We are in the midst of planning for a 1:1 initiative. This really large school district (as the famous Tim Stahmer at AssortedStuff.com says, the overly large school district) has set this as a goal in the next few years and my pyramid has been selected as the first of many to work out the kinks and pilot this plan. We are working on what this will look like for students, for teachers, what it means for classroom instruction, working to figure out what students will be doing and what teachers will be doing in this “new normal.” Conversations have been happening all around and so many of them show the willingness to consider that the way we have done it might not always be the best way to do it.
Last week a teacher said to me “I’m not going to change something I’m doing just so kids can use technology.”
I think this represents our biggest hurdle and misconception about this transition. The idea that we are making changes to instruction to include technology rather than changing instruction to help students learn.
The big idea here is that this isn’t about the device. We keep saying that but it doesn’t seem to be sinking in. There are so many questions about the device logistics: what type, how will we charge, what software do we use, how will they store it, etc. This device is a tool for learning in this new way. Just like a textbook or pencil or notebook might be chosen as the best tool.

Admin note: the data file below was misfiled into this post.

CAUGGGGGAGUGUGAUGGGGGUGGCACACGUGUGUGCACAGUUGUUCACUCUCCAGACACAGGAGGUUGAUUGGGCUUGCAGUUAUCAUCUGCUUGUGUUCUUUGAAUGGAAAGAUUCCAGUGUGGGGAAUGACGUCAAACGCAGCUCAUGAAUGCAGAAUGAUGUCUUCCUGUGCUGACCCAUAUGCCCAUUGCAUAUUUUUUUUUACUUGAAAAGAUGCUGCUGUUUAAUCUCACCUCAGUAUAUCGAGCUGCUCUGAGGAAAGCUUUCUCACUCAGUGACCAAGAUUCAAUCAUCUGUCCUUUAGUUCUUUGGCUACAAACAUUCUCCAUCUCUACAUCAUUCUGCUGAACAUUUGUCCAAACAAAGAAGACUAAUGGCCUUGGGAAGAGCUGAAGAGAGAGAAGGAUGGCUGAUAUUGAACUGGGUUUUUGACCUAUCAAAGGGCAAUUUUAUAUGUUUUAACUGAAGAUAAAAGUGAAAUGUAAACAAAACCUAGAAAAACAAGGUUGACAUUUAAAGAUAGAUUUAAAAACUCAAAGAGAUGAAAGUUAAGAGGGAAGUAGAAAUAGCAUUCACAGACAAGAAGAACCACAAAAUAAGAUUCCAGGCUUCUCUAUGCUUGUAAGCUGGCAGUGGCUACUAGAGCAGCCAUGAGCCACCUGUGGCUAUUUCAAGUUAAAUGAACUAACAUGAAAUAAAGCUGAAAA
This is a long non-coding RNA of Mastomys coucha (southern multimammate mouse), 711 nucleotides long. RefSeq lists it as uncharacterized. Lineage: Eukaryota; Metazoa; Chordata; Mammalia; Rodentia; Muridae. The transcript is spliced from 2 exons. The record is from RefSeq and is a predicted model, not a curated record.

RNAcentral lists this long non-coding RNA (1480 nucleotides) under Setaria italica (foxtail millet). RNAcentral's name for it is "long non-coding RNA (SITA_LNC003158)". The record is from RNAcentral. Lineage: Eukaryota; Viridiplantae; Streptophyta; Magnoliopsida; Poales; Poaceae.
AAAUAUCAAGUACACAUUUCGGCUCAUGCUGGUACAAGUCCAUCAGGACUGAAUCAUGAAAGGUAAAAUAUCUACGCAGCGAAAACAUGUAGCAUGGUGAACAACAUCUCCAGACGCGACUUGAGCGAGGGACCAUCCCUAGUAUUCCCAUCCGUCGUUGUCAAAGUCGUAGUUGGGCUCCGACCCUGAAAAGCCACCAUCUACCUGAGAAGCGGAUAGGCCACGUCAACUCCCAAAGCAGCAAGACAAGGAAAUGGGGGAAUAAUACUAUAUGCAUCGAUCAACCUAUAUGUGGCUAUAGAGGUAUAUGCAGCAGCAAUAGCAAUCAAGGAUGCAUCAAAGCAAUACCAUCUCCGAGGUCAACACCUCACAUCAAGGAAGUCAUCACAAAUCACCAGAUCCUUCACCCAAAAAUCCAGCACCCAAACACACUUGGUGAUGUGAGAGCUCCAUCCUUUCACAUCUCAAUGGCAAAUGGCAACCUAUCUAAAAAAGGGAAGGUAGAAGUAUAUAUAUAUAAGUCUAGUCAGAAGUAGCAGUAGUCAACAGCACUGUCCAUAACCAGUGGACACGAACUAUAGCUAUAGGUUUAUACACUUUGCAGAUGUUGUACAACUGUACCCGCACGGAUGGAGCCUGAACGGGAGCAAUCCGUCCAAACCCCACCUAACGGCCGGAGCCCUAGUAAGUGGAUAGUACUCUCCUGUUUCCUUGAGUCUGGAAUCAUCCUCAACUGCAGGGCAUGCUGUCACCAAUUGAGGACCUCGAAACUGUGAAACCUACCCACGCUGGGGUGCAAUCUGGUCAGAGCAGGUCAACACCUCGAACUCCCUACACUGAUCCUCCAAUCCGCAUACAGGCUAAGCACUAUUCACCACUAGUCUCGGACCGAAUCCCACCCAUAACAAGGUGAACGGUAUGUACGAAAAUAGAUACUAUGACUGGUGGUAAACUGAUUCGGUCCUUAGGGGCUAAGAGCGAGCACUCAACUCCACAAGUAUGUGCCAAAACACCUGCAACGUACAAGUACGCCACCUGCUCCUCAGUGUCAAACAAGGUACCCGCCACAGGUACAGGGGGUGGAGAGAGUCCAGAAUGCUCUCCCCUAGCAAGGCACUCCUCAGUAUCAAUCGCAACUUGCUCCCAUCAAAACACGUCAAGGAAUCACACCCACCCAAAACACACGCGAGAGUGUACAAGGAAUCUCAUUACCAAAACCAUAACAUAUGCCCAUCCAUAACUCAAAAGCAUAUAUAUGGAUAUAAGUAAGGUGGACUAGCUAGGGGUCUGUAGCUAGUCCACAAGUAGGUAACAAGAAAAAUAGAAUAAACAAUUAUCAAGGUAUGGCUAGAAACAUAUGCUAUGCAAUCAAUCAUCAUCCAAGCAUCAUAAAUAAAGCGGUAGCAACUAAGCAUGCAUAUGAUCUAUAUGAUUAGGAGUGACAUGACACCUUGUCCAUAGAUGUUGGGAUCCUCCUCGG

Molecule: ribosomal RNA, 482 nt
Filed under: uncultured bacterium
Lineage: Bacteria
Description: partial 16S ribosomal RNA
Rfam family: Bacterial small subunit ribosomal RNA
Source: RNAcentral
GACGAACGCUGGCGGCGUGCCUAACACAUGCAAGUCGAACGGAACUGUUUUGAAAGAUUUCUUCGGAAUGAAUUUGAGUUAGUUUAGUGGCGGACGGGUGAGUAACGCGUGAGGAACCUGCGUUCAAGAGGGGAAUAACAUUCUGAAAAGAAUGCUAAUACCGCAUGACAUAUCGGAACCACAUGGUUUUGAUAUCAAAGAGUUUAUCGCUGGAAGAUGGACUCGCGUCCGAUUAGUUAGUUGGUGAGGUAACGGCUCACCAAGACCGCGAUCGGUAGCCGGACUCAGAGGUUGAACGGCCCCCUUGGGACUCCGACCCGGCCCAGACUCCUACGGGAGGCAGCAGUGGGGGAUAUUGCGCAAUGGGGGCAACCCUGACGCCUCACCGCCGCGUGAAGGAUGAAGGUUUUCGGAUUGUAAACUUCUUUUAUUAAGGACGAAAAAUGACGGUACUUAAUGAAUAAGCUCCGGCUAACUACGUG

I need to have more conversations about how we teach and WHY. I started with a few teachers looking all the way back to the standards that students need to learn. Revamping from that point on provides us with an opportunity to do things differently from the start rather than try to change our existing structure to include something extra.
I was having a conversation with my colleague, Leslie Borkenhagen about this project. She offers this:
“I agree – this isn’t about a device or kids using tech for tech sake. It’s about transforming our instructional practice and classroom environments so that students are more empowered to be partners and advocates for their own learning. Digital tools can help make this transition more efficient, more seamless. It allows for the use of authentic tools and practices that will prepare them for how they’ll be working “in the real world”. Allows for greater student choice, voice, collaboration, access beyond the school day…authentic audience…and allows that “real world” experience to begin NOW.”